MLK in church.PNG

In the tradition of Christian martyrs, Rev. Martin Luther King, Jr., lost his life but won the war.  In the years after his assassination, his call for America to live up to her founding principles, his vision of all people treating all people as fellow human beings regardless of color, became the national consensus.

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A fascinating alternative perspective from the left, from an Alison Willmore, at Buzz Feed:

Why I’ve Had Trouble Buying Hollywood’s Version of Girl Power

I get the desire to take comfort in cheerful stories of women’s triumph, from Ocean’s 8 to On the Basis of Sex. But in 2018, I haven’t found them very comforting.

Girl Power

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barack-obama-september-2018

When President Obama and the founding editor of National Review Online agree on something, it might be true.

Identity politics are bad.

Goldberg:

. . . Obama is right . . . . Slavery and Jim Crow were indisputably manifestations of identity politics. America’s system of legalized racism was just another form of aristocracy under a different name. And as such, it was a violation of the best ideas of the Founding. Perhaps the single most radical thing about the American Revolution was the decision to reject all forms of hereditary nobility.

It took longer — far too much longer — to recognize the rights and dignity of all Americans, but the idea that you should take people as you find them, and judge them not as a member of a group but as individuals, remains perhaps the greatest part of the American creed, regardless of whether you’re a liberal or a conservative.

I was listening to a podcast, and one of my favorite political and cultural commentators, Jonah Goldberg, happened to mention rates of interracial marriage as one possible measure of levels of racism in America over the years.  I was curious; so I looked them up.

interracial marrage, Pew _ PST_2017.05.15.intermarriage-00-05According to the Pew Research Center, between 1980 and 2017, intermarriage rates roughly tripled:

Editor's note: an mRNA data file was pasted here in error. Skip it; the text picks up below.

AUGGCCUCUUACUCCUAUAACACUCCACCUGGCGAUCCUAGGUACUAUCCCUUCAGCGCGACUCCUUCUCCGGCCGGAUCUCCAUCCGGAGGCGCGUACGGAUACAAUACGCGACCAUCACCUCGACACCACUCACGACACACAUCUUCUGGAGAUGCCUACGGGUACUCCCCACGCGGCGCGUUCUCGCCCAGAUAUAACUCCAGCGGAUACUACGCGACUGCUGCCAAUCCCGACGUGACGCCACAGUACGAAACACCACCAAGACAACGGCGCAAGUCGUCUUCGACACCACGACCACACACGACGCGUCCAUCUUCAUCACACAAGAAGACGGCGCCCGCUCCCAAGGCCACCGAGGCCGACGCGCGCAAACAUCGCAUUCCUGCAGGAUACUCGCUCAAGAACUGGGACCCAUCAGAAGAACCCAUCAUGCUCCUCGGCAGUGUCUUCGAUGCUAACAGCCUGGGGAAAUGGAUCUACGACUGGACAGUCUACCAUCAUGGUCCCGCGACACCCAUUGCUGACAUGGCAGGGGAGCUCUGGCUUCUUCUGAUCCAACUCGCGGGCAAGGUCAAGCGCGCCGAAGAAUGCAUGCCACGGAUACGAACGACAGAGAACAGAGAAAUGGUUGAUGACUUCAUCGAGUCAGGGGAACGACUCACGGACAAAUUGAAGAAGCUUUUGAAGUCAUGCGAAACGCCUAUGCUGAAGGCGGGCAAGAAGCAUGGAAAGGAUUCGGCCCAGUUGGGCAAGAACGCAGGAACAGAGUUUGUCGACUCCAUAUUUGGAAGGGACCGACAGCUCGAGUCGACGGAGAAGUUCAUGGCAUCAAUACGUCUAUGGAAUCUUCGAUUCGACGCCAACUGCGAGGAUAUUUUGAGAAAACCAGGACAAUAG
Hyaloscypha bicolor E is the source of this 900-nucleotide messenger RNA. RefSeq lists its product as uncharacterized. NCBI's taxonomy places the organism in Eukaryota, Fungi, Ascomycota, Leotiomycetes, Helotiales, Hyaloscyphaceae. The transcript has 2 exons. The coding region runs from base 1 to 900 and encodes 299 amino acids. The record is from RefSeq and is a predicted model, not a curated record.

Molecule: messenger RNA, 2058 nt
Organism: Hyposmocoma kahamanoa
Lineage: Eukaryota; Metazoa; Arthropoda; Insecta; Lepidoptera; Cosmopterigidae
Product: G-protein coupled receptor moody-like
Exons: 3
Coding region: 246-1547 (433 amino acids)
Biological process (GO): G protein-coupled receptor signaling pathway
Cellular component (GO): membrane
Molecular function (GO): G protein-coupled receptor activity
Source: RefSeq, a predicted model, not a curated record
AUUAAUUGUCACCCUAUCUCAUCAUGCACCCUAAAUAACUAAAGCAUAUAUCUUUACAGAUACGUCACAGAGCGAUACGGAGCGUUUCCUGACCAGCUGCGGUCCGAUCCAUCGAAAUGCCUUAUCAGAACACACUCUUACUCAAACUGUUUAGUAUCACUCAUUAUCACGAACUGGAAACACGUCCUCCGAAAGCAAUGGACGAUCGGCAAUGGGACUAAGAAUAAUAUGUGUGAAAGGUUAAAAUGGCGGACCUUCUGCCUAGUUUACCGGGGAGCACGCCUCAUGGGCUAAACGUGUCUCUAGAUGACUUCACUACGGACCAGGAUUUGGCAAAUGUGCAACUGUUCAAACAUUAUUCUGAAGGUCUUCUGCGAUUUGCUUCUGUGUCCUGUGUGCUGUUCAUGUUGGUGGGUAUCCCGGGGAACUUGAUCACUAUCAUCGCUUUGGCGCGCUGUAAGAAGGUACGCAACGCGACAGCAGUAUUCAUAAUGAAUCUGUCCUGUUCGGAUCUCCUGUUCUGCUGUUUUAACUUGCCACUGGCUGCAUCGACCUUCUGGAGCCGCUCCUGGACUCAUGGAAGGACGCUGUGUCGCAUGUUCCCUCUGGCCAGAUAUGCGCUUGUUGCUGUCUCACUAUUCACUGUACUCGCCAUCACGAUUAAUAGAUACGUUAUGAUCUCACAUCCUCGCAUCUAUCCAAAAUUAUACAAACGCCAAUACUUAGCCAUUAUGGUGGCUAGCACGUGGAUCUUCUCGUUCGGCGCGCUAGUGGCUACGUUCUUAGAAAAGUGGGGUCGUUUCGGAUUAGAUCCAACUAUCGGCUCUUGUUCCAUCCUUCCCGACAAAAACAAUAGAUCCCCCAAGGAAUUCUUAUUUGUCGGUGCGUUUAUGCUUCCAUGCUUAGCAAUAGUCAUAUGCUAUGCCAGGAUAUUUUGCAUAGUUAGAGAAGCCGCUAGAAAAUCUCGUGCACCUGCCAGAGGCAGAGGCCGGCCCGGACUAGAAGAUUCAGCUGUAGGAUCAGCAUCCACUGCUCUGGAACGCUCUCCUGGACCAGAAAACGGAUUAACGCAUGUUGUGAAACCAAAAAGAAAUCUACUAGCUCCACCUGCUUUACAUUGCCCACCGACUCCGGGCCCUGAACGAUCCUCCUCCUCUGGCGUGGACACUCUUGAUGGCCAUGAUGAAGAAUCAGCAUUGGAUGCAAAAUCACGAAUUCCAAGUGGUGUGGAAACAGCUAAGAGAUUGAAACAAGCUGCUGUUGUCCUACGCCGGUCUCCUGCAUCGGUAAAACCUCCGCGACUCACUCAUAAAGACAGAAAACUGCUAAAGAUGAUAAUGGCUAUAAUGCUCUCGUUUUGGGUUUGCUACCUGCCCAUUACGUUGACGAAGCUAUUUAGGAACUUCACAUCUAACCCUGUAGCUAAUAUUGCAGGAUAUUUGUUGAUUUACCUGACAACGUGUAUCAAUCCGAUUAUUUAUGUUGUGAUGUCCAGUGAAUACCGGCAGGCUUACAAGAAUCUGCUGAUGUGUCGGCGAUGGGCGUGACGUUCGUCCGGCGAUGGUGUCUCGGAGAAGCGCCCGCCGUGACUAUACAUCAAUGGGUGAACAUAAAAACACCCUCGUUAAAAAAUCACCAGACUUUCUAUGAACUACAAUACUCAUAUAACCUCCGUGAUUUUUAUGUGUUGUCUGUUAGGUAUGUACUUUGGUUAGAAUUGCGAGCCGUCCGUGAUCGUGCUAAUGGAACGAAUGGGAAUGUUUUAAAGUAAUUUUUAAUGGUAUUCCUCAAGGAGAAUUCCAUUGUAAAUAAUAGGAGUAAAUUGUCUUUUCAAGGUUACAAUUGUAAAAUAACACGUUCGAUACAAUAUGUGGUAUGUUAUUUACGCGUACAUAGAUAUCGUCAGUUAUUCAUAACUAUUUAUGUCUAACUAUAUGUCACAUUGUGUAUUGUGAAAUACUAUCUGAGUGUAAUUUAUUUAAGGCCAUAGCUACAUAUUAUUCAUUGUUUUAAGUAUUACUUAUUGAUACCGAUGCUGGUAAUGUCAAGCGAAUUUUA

Share of black Americans marrying someone of a different race or ethnicity in 1980 — 5%
In 2015 — 18%

Share of white Americans marrying someone of a different race or ethnicity in 1980 — 4%
In 2015 — 11%

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Fascinating discussion of how we got to this point, and what you might call the political “cycle of violence”.  Lots of blame to go around.

I made some of these arguments myself, some years before the dynamic produced Trump.  My left-leaning friends in general didn’t see it, then or now.  Some seem to be responding by doubling down, even more of the same.  So I imagine this will all continue to get worse before it gets better.

Arch of Triumph

This is beautiful.  Daesh/ISIS thugs destroyed another priceless ancient monument; so London has erected a new one.

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Dennis Prager offers some incisive observations about our culture and growing up.

The same holds true for becoming a parent. Very few people are “ready” to become parents. They become ready . . . once they become parents. In fact, the same holds true for any difficult job. What new lawyer was “ready” to take on his or her first clients? What new teacher, policeman, firefighter is “ready”?

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